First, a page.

Really, there’s no best. We recommend you simply start by finding one that feels easy to use and intuitive. Having said that, here are three important things to keep in mind when app-shopping:

1. Does it let you spot the patterns?

You need to be able to see trends over time if you’re to understand the normal physical and emotional characteristics of your cycle. Once you know your normal, it’s much easier to identify irregularities and make connections between them and life events / changes / stressors. Your app should allow you to look back over previous cycles and see what symptoms happened when. It should also allow you to easily visualise the duration of your cycle and period, and compare it to months past.

If an app’s tracking is unintuitive or second-rate – move on.

2. Does it offer advice?

Some apps claim they offer personalised insights via machine learning or advanced AI, but those buzzwords oversell the reality. No two women’s cycle experiences are the same and tech isn’t yet able to provide individualised advice at the depth or nuance we need. For example, a heavy travel schedule on day 15 and the system might log fatigue as a week two cycle symptom … when in reality you were just knackered after a long day. Similarly, it’s easy to give generic diet advice but if the app doesn’t know what you usually eat and drink then it’s making blind suggestions without the necessary information.

Remember: tech is a tool so you can become the expert … not the other way around.

3. Will it eliminate important real-world conversations?

Some apps promote their ability to share your data, passing digital readings or sharing your cycle ‘dashboard’ with a coach, trainer or partner. This could be valuable but, then again, relying on such a feature too heavily could be counterproductive for two reasons.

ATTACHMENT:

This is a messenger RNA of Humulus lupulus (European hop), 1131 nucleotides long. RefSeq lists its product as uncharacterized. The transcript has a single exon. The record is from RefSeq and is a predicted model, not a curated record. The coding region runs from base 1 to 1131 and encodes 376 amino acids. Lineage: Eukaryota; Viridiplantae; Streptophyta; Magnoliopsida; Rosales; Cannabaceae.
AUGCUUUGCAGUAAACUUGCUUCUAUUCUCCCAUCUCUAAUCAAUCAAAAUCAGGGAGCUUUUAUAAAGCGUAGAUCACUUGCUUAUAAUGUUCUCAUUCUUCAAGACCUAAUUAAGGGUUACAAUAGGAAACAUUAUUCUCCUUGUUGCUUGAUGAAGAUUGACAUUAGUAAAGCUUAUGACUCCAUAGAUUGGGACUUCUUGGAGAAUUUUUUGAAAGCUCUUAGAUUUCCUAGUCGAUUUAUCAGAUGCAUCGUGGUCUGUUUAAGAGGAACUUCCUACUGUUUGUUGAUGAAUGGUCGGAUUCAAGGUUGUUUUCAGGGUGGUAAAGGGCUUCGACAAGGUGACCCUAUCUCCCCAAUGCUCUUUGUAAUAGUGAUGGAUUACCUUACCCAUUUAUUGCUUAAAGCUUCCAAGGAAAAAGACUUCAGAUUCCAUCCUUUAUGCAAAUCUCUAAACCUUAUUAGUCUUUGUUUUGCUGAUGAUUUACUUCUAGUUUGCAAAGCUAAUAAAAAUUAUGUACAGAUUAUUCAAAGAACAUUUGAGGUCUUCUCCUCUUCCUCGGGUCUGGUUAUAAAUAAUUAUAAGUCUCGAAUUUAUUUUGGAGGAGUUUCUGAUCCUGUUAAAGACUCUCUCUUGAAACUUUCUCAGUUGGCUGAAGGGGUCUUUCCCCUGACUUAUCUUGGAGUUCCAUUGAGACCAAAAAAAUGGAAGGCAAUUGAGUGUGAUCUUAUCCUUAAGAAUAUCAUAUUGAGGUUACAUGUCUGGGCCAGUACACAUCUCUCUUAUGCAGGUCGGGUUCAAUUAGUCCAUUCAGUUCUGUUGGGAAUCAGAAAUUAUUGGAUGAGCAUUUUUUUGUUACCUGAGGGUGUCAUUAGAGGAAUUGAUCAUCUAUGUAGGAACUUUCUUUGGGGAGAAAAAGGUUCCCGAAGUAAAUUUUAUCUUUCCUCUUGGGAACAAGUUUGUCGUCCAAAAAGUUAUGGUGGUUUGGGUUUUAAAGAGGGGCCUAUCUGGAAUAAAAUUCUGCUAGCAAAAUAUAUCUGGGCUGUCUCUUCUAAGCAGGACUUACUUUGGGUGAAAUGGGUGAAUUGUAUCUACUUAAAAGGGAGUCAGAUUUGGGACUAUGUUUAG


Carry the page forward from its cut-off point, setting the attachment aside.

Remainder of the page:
• Someone reading only data may miss important nuances.
  • Locking the menstrual cycle up in a digital box keeps it shrouded in mystery when we ultimately want it out in the open. They might be awkward at first but face-to-face discussions are vital if we’re to bring menstrual cycles into the light. So use your tracking app as a tool to stimulate deeper conversations that could just benefit others too.

The menstrual cycle isn’t digital, the conversation around it shouldn’t be either.

Do I have to share my data?

Not if you don’t want to. In many ways this is intimate data so to share or not to share is up to you. And because the data is yours, its primary value is to you so you can tune into your body, spot patterns and build your knowledge; confidence; physical health; mental health; resilience; peace-of-mind …

Still, sharing can be useful. Various people, from your partner to your teammates, physio and coach, could all benefit from knowing where you’re at and what you’re feeling.

If your partner has this info, they can tune in to your body and know when you need support, or space, or sleep. A teammate or coach who’s able to tune in can know when to push you harder or hang back. A physio or masseuse who’s able to tune in can work with or around your cycle symptoms for more accuracy in how they approach you.

Sharing your menstrual cycle with your doctor can be particularly useful. When you bring valuable information and patterns to the appointment it can help the GP get to the root of the pain or problem more efficiently.

Ultimately it’s up to you. But we’d also suggest that the menstrual cycle is an untapped resource in sport, and in society in general. The more we share and talk about the menstrual cycle, the less it is shrouded in mystery and the more we normalise it for the next generation of athletes … and for everyone else.